My rating: 2 of 5 stars
Initial reaction: My second read from Jeff Hirsch in “Magisterium” definitely lacked a bit of finesse and progression. I had a hard time caring about the characters and the plot often had rough transitions that made it a more difficult read than it had to be. It’s a shame because there were many good ideas here, just not executed anywhere near what they could’ve been. It was a significant disappointment for me.
“Magisterium” had the potential to be an awesome book, but for the most part, I don’t think Jeff Hirsch improved upon many basic narrative problems that plagued his first novel “The Eleventh Plague” (no pun intended). This book had an apt and fitting premise to its aim, but still suffered from a noticeable lack of character intimacy, stakes, worldbuilding, and overall plot pacing. I was surprised by how lifeless this work was in spurts. It disappointed me in so many ways, and I consider myself a fan of dystopian type fantastical works. This work lends more toward the fantasy, though it begins with a dystopian leaning.
For the life of me, despite being able to follow Glenn through much of this novel in her experiences, I couldn’t stand her character for her insufferable, irresponsible decisions, and these are despite her respective age and experiences. Nor could I identify with much of the cast here. We meet Glenn as she’s wanting to graduate early from school, fends off some advances with her best friend Kevin, is growing distant from her scientist father, and wrestles with memories/disdain of her lost mother. Things take an immense change when her father makes a connection with an important bracelet and hints that it may be a link to Glenn’s mother and that the entire realm Glenn knows is a lie. So what does Glenn do?
She turns her father to the oppressive authorities. Because apparently she thinks he’s crazy and doesn’t realize she could sabotage all that he’s worked for, and just doesn’t trust in what he’s doing. For no reason. And then she has the gall to be surprised when the authorities turn against her and Kevin as well, though Kevin’s father works for this authority.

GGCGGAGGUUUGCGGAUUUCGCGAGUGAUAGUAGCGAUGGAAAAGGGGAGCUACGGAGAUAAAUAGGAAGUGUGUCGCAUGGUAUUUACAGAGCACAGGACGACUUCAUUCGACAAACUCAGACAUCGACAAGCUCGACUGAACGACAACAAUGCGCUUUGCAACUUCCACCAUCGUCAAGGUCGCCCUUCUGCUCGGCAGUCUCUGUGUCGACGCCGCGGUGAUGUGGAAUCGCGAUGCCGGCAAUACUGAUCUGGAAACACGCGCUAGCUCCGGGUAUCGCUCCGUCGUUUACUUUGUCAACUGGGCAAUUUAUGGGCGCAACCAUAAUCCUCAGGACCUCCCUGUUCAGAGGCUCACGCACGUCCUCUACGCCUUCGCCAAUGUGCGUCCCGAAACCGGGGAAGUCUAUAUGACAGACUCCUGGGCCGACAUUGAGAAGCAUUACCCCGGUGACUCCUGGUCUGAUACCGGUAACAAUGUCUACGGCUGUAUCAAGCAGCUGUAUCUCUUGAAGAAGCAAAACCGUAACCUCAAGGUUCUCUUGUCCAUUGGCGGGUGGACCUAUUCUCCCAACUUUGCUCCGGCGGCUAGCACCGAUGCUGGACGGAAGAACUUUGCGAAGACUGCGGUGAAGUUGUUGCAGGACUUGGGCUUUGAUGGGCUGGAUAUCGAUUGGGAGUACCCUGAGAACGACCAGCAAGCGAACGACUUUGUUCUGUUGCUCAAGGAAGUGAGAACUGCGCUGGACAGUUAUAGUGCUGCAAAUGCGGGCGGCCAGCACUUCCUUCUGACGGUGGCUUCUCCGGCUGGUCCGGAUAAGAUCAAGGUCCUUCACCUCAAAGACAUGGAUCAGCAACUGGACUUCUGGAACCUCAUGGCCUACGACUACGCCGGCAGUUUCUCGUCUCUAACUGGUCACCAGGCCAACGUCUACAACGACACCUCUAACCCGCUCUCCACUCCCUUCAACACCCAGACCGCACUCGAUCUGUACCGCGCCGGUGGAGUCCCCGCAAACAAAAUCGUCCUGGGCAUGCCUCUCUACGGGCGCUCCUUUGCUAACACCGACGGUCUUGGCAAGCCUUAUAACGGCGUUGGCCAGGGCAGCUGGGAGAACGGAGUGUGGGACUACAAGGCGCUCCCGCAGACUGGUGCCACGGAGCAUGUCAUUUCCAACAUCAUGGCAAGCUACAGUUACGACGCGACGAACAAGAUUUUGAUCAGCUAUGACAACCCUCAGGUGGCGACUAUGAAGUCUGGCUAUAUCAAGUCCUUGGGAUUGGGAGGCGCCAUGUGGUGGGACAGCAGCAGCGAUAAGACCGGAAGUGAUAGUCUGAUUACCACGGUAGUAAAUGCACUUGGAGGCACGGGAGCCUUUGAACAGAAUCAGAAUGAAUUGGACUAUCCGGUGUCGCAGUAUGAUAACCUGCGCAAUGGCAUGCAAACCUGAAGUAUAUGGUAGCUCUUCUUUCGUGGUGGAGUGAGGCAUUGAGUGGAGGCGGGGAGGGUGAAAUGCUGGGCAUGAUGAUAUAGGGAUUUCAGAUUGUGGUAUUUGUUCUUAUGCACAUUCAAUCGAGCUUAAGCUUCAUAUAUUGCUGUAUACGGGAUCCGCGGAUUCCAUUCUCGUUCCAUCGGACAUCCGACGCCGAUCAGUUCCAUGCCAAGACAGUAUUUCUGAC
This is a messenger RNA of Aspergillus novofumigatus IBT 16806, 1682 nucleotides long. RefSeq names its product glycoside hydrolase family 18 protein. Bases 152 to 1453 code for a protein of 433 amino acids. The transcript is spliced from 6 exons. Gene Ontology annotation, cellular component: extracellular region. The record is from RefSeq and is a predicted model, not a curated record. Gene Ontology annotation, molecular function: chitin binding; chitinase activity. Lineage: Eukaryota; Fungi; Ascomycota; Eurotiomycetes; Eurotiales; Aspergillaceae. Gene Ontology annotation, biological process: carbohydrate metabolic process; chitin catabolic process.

I kinda knew by that point the book and I weren’t going to get along because while there were quite a few conflicts in this book, there was very little to no sense or reasonation with some significant events. The violence in this is a bit over the top and fails to bear any kind of weight to it, which bothered me. The characters are fairly non-dimensional and the plot suffers from jagged presentation. I wish I could say that it improved over the course of the story. There were moments I thought it would, and even the ending of the novel has a bit of coming together that really set itself apart from the times this book dragged its feet, particularly when Glenn steps up to the plate to use her newfound power to fight against those who wish to harm her and those she cares about. But in the end, it wasn’t enough to redeem it for me. It felt like an action movie with very little heart and with a cast that made it hard to care in certain segments of the plot.
Great ideas, but very poor execution. I’m still hoping that Hirsch’s next work brings more to the table, because he has an interesting style narrative when it works.
Overall score: 1.5/5
Note: I received this as an ARC from NetGalley, from the publisher Scholastic.